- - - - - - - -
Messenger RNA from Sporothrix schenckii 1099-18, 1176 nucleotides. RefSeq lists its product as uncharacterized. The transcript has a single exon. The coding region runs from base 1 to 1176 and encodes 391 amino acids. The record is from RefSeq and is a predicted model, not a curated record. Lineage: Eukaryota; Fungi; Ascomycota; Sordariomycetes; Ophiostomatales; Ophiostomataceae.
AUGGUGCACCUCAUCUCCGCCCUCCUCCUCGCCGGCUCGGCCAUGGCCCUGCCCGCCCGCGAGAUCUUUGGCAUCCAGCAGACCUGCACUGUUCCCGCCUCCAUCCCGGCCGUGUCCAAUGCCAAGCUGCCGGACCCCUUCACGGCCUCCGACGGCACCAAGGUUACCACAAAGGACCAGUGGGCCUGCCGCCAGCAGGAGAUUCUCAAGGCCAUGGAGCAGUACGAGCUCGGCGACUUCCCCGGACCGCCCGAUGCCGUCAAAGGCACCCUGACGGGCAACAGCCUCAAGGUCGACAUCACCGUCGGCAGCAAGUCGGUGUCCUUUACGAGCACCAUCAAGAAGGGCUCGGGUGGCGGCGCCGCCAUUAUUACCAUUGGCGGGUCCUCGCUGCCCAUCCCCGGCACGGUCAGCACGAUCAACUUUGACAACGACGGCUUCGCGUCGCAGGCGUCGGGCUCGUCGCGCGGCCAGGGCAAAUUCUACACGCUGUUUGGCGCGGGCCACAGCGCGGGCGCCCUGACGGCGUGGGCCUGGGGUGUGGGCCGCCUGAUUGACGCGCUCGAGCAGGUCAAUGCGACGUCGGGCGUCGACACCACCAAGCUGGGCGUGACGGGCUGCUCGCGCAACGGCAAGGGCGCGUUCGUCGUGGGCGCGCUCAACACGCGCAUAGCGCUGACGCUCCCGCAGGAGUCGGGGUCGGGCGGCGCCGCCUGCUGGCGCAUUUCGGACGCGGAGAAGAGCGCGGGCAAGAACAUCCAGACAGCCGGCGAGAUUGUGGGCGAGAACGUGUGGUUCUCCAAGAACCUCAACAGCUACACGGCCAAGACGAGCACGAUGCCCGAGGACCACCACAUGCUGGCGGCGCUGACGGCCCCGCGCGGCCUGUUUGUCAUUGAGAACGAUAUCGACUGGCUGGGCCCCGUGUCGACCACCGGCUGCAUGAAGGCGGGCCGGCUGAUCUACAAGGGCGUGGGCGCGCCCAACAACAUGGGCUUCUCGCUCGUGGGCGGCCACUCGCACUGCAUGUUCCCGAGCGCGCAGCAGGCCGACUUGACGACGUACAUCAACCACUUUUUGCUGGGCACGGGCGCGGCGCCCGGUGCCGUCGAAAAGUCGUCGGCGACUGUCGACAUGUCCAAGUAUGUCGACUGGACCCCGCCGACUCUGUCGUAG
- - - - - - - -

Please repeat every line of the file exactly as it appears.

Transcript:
Messenger RNA from Sporothrix schenckii 1099-18, 1176 nucleotides. RefSeq lists its product as uncharacterized. The transcript has a single exon. The coding region runs from base 1 to 1176 and encodes 391 amino acids. The record is from RefSeq and is a predicted model, not a curated record. Lineage: Eukaryota; Fungi; Ascomycota; Sordariomycetes; Ophiostomatales; Ophiostomataceae.
AUGGUGCACCUCAUCUCCGCCCUCCUCCUCGCCGGCUCGGCCAUGGCCCUGCCCGCCCGCGAGAUCUUUGGCAUCCAGCAGACCUGCACUGUUCCCGCCUCCAUCCCGGCCGUGUCCAAUGCCAAGCUGCCGGACCCCUUCACGGCCUCCGACGGCACCAAGGUUACCACAAAGGACCAGUGGGCCUGCCGCCAGCAGGAGAUUCUCAAGGCCAUGGAGCAGUACGAGCUCGGCGACUUCCCCGGACCGCCCGAUGCCGUCAAAGGCACCCUGACGGGCAACAGCCUCAAGGUCGACAUCACCGUCGGCAGCAAGUCGGUGUCCUUUACGAGCACCAUCAAGAAGGGCUCGGGUGGCGGCGCCGCCAUUAUUACCAUUGGCGGGUCCUCGCUGCCCAUCCCCGGCACGGUCAGCACGAUCAACUUUGACAACGACGGCUUCGCGUCGCAGGCGUCGGGCUCGUCGCGCGGCCAGGGCAAAUUCUACACGCUGUUUGGCGCGGGCCACAGCGCGGGCGCCCUGACGGCGUGGGCCUGGGGUGUGGGCCGCCUGAUUGACGCGCUCGAGCAGGUCAAUGCGACGUCGGGCGUCGACACCACCAAGCUGGGCGUGACGGGCUGCUCGCGCAACGGCAAGGGCGCGUUCGUCGUGGGCGCGCUCAACACGCGCAUAGCGCUGACGCUCCCGCAGGAGUCGGGGUCGGGCGGCGCCGCCUGCUGGCGCAUUUCGGACGCGGAGAAGAGCGCGGGCAAGAACAUCCAGACAGCCGGCGAGAUUGUGGGCGAGAACGUGUGGUUCUCCAAGAACCUCAACAGCUACACGGCCAAGACGAGCACGAUGCCCGAGGACCACCACAUGCUGGCGGCGCUGACGGCCCCGCGCGGCCUGUUUGUCAUUGAGAACGAUAUCGACUGGCUGGGCCCCGUGUCGACCACCGGCUGCAUGAAGGCGGGCCGGCUGAUCUACAAGGGCGUGGGCGCGCCCAACAACAUGGGCUUCUCGCUCGUGGGCGGCCACUCGCACUGCAUGUUCCCGAGCGCGCAGCAGGCCGACUUGACGACGUACAUCAACCACUUUUUGCUGGGCACGGGCGCGGCGCCCGGUGCCGUCGAAAAGUCGUCGGCGACUGUCGACAUGUCCAAGUAUGUCGACUGGACCCCGCCGACUCUGUCGUAG